Janneli Miller is worried about having enough money for retirement.
"I am 59 years old and have absolutely no retirement savings at all," Miller says.
Miller is an adjunct professor and has taught at various public and private institutions over the years. She’s just enrolled in a retirement plan with her new employer, Fort Lewis College in Durango, Colo., but she doesn’t have retirement plans from her previous jobs to fall back on. And, in 2008 when the stock market fell, she lost much of the little money she had saved.
"What I consider to be my retirement right now is I do own a home," she says. "And I pretty much figure that that’s my retirement."
Miller is not alone in facing serious questions about how she’ll live comfortably in retirement. The Bell Policy Center, a nonprofit research group based in Denver that identifies itself as "progressive," has a new study out. It finds that nearly 1 million Coloradans of prime working age (25-64) employed in the private sector don’t have retirement plans through their employers.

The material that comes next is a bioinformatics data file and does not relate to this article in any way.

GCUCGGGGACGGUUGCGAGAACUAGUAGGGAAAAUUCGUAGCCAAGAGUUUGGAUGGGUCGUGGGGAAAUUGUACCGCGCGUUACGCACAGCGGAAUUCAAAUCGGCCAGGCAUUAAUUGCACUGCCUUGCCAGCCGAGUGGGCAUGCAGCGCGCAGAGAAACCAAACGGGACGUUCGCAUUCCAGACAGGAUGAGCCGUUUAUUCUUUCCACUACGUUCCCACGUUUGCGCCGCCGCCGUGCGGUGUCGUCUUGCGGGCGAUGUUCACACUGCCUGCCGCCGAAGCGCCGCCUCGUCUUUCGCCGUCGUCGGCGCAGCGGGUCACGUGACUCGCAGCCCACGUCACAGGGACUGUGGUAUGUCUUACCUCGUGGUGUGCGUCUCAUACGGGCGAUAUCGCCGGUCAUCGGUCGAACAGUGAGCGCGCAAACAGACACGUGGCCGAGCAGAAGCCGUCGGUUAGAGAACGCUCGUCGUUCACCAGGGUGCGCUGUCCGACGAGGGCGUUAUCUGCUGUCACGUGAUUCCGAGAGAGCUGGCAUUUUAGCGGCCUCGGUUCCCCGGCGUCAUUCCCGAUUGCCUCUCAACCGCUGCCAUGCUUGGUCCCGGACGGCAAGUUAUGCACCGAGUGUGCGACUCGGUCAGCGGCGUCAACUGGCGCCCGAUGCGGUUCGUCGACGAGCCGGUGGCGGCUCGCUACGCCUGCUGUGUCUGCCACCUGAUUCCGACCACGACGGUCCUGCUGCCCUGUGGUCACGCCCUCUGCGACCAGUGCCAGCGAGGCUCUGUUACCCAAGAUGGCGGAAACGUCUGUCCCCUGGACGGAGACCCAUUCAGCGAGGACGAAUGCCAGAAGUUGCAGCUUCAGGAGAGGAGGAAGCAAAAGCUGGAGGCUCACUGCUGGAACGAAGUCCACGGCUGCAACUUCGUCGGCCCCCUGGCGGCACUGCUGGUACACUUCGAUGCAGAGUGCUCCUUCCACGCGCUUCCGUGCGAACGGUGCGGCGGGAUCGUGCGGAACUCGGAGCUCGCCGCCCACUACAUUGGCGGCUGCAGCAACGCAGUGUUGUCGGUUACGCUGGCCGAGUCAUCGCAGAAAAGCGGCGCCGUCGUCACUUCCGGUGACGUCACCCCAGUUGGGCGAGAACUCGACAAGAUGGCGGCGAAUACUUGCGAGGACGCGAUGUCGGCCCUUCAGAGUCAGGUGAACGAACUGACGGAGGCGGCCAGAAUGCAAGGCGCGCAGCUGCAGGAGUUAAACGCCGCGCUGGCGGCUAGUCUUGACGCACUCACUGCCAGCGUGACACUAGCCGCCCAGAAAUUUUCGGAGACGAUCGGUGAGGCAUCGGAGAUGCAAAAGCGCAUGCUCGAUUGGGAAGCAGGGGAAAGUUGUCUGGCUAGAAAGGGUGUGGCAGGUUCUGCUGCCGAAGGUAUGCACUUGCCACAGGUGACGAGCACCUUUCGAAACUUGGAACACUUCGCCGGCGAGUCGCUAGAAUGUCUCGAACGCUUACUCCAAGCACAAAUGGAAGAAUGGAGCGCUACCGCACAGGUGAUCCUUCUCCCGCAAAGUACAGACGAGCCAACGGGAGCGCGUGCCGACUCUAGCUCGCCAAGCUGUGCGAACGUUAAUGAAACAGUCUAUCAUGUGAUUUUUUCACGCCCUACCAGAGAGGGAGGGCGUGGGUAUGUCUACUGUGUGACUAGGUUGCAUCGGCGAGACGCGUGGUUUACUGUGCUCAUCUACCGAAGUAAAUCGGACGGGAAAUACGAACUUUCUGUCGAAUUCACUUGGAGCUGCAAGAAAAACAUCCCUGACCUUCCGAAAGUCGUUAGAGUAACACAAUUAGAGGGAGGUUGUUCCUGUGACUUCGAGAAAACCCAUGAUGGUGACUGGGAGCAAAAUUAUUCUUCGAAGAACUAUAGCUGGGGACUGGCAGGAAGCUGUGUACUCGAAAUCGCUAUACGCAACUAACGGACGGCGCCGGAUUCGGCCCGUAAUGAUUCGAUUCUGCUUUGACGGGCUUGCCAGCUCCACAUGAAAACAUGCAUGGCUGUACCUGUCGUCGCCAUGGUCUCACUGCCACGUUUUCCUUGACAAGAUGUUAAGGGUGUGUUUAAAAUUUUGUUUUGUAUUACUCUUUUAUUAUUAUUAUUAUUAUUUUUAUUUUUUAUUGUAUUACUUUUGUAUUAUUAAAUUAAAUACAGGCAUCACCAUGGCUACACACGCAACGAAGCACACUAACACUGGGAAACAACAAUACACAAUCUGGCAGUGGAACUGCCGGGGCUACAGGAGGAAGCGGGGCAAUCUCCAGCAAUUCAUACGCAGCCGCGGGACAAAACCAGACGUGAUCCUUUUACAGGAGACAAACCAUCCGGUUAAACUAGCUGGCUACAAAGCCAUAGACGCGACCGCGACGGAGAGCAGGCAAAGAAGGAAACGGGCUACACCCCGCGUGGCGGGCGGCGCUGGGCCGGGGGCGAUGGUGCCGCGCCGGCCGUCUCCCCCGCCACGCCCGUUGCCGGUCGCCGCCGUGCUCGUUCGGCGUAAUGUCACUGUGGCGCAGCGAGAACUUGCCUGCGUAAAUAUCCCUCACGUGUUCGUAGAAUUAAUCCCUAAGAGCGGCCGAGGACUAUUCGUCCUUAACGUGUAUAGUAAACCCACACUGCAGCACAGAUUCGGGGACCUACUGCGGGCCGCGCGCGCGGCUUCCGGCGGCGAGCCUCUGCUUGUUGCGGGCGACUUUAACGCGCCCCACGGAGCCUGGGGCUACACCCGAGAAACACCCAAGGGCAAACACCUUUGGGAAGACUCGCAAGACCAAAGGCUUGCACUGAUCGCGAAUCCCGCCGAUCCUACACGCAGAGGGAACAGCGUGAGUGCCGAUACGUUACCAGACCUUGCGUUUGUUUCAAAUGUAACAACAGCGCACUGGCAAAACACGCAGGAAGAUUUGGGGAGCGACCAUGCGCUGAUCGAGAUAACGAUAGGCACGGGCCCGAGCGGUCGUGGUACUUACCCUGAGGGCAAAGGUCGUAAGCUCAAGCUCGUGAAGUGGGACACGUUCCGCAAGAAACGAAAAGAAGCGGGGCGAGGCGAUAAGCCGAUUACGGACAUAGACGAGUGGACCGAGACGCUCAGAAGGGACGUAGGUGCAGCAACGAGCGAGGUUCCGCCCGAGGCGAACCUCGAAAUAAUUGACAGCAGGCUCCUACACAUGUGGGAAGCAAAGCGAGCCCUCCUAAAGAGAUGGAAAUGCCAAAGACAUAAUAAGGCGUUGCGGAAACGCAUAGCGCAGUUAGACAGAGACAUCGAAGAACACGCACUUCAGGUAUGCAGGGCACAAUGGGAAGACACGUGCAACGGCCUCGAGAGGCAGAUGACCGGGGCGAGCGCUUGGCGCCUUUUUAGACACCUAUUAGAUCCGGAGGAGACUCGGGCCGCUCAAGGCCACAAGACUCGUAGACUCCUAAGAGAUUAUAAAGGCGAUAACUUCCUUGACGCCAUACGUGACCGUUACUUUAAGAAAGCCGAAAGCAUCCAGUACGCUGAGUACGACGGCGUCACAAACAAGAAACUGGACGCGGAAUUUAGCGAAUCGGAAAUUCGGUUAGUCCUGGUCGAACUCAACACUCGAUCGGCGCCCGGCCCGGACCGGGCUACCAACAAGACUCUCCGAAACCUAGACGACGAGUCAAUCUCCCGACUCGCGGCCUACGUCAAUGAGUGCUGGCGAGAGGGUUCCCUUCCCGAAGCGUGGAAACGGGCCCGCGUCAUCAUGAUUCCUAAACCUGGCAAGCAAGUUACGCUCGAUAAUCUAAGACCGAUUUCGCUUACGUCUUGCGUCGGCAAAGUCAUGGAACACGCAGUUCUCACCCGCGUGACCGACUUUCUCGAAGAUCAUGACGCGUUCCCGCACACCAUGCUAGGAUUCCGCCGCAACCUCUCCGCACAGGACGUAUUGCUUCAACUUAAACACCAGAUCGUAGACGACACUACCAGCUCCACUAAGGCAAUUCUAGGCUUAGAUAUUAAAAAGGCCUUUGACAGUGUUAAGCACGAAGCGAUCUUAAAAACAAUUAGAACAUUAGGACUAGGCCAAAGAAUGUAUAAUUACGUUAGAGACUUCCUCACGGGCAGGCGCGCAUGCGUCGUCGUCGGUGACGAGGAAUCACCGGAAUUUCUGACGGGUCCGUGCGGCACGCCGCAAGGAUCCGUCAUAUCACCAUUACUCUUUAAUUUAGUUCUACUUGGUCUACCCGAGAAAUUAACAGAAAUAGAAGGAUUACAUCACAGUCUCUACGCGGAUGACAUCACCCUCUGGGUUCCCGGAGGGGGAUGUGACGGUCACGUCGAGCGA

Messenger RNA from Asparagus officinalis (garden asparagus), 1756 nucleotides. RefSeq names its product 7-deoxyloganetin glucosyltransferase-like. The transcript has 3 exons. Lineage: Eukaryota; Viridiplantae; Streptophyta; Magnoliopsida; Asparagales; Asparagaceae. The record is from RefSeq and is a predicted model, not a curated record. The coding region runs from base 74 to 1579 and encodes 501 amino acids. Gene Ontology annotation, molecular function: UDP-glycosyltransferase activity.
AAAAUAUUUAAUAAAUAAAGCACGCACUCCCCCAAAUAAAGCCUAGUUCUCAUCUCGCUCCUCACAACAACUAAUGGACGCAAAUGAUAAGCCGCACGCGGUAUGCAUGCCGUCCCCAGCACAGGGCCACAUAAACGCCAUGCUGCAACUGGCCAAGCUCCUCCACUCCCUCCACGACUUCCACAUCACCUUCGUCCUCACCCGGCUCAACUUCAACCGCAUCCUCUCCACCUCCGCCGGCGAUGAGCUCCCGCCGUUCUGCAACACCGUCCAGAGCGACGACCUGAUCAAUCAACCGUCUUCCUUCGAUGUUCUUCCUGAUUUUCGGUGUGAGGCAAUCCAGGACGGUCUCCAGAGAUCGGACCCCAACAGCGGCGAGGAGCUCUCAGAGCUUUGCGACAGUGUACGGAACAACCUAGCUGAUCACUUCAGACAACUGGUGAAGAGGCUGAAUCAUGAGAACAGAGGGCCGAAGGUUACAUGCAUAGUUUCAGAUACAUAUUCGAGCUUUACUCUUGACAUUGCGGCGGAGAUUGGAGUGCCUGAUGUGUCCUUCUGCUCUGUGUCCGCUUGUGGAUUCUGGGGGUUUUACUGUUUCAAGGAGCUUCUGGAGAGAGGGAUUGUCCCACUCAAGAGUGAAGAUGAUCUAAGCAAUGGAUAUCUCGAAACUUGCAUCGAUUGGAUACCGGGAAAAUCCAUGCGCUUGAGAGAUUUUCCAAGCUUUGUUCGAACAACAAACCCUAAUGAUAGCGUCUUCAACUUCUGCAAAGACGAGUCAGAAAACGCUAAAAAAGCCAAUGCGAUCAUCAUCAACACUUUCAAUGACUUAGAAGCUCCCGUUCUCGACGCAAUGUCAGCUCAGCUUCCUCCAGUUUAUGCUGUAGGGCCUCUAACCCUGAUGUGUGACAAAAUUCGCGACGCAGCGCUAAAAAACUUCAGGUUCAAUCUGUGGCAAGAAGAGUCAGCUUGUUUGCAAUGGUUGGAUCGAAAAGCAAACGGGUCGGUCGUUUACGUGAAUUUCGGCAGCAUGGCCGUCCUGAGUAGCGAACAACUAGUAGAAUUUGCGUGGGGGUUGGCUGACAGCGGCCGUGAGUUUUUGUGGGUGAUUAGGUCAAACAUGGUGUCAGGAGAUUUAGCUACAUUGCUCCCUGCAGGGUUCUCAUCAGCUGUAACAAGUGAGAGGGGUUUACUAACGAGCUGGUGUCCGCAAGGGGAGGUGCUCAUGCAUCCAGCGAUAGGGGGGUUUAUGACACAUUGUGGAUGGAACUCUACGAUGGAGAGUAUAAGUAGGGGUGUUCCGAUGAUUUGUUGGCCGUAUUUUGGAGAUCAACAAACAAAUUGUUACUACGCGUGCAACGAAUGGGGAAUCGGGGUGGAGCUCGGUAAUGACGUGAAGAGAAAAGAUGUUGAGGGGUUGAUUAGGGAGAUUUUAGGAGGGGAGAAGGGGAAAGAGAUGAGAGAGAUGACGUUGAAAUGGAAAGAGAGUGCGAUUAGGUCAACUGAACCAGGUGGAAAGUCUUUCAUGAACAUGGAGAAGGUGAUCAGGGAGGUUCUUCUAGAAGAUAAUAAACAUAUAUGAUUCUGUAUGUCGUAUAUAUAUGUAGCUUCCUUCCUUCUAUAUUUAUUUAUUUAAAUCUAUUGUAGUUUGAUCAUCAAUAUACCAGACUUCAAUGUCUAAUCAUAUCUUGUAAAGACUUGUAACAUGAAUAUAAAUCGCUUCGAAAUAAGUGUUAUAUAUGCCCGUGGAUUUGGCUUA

In most cases, it’s because their employers don’t offer plans. According to the study, Retirement at Risk, 45 percent of private-sector employees in prime working age work for an employer that doesn’t offer retirement savings plans – and that number has been rising. Rich Jones, director of policy research at the Bell Policy Center, says such plans have long been an important part of the retirement puzzle for most people. As their slow disappearance continues, he says, it will spell big trouble for Coloradans in the future.
Low-income workers are disproportionately affected. According to the study, 74 percent of workers who earn less than $21,000 annually have no workplace retirement plan. That helps perpetuate a cycle of financial insecurity, Jones says. When families are able to get ahead, it's often because one generation helps the next by passing on assets or paying for college.